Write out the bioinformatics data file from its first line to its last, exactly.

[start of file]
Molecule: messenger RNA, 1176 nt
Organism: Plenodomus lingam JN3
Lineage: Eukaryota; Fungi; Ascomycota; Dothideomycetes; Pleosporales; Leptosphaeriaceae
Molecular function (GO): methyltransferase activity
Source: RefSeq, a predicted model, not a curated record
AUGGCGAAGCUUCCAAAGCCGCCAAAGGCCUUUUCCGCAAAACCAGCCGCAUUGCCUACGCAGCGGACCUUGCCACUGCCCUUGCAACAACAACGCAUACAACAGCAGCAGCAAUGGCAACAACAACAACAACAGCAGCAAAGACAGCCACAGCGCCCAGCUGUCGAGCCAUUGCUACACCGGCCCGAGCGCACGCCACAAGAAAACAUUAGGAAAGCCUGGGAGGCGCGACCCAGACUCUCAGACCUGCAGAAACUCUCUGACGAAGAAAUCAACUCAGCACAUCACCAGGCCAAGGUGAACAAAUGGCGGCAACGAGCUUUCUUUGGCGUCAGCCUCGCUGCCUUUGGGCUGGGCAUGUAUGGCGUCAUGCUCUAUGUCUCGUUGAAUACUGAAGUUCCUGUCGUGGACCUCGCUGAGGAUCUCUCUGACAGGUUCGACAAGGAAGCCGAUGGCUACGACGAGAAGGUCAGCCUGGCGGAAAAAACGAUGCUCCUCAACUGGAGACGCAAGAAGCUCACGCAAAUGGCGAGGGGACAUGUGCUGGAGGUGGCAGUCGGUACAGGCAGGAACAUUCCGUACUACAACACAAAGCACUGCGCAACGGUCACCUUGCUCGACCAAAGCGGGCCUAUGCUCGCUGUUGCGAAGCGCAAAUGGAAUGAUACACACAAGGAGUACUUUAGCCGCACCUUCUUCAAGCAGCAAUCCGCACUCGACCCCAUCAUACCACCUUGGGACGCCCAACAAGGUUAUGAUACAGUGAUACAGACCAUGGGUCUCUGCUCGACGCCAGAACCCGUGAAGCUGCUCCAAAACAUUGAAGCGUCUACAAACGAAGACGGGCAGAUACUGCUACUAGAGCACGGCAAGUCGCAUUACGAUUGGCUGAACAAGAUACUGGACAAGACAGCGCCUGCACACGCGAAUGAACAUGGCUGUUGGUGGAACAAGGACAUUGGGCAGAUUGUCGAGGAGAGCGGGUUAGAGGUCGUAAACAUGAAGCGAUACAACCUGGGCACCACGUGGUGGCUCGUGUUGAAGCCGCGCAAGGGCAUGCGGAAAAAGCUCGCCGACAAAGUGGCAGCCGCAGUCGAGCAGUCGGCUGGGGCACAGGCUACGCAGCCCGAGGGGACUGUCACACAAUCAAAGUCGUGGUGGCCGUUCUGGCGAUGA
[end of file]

Molecule: messenger RNA, 1176 nt
Organism: Plenodomus lingam JN3
Lineage: Eukaryota; Fungi; Ascomycota; Dothideomycetes; Pleosporales; Leptosphaeriaceae
Molecular function (GO): methyltransferase activity
Source: RefSeq, a predicted model, not a curated record
AUGGCGAAGCUUCCAAAGCCGCCAAAGGCCUUUUCCGCAAAACCAGCCGCAUUGCCUACGCAGCGGACCUUGCCACUGCCCUUGCAACAACAACGCAUACAACAGCAGCAGCAAUGGCAACAACAACAACAACAGCAGCAAAGACAGCCACAGCGCCCAGCUGUCGAGCCAUUGCUACACCGGCCCGAGCGCACGCCACAAGAAAACAUUAGGAAAGCCUGGGAGGCGCGACCCAGACUCUCAGACCUGCAGAAACUCUCUGACGAAGAAAUCAACUCAGCACAUCACCAGGCCAAGGUGAACAAAUGGCGGCAACGAGCUUUCUUUGGCGUCAGCCUCGCUGCCUUUGGGCUGGGCAUGUAUGGCGUCAUGCUCUAUGUCUCGUUGAAUACUGAAGUUCCUGUCGUGGACCUCGCUGAGGAUCUCUCUGACAGGUUCGACAAGGAAGCCGAUGGCUACGACGAGAAGGUCAGCCUGGCGGAAAAAACGAUGCUCCUCAACUGGAGACGCAAGAAGCUCACGCAAAUGGCGAGGGGACAUGUGCUGGAGGUGGCAGUCGGUACAGGCAGGAACAUUCCGUACUACAACACAAAGCACUGCGCAACGGUCACCUUGCUCGACCAAAGCGGGCCUAUGCUCGCUGUUGCGAAGCGCAAAUGGAAUGAUACACACAAGGAGUACUUUAGCCGCACCUUCUUCAAGCAGCAAUCCGCACUCGACCCCAUCAUACCACCUUGGGACGCCCAACAAGGUUAUGAUACAGUGAUACAGACCAUGGGUCUCUGCUCGACGCCAGAACCCGUGAAGCUGCUCCAAAACAUUGAAGCGUCUACAAACGAAGACGGGCAGAUACUGCUACUAGAGCACGGCAAGUCGCAUUACGAUUGGCUGAACAAGAUACUGGACAAGACAGCGCCUGCACACGCGAAUGAACAUGGCUGUUGGUGGAACAAGGACAUUGGGCAGAUUGUCGAGGAGAGCGGGUUAGAGGUCGUAAACAUGAAGCGAUACAACCUGGGCACCACGUGGUGGCUCGUGUUGAAGCCGCGCAAGGGCAUGCGGAAAAAGCUCGCCGACAAAGUGGCAGCCGCAGUCGAGCAGUCGGCUGGGGCACAGGCUACGCAGCCCGAGGGGACUGUCACACAAUCAAAGUCGUGGUGGCCGUUCUGGCGAUGA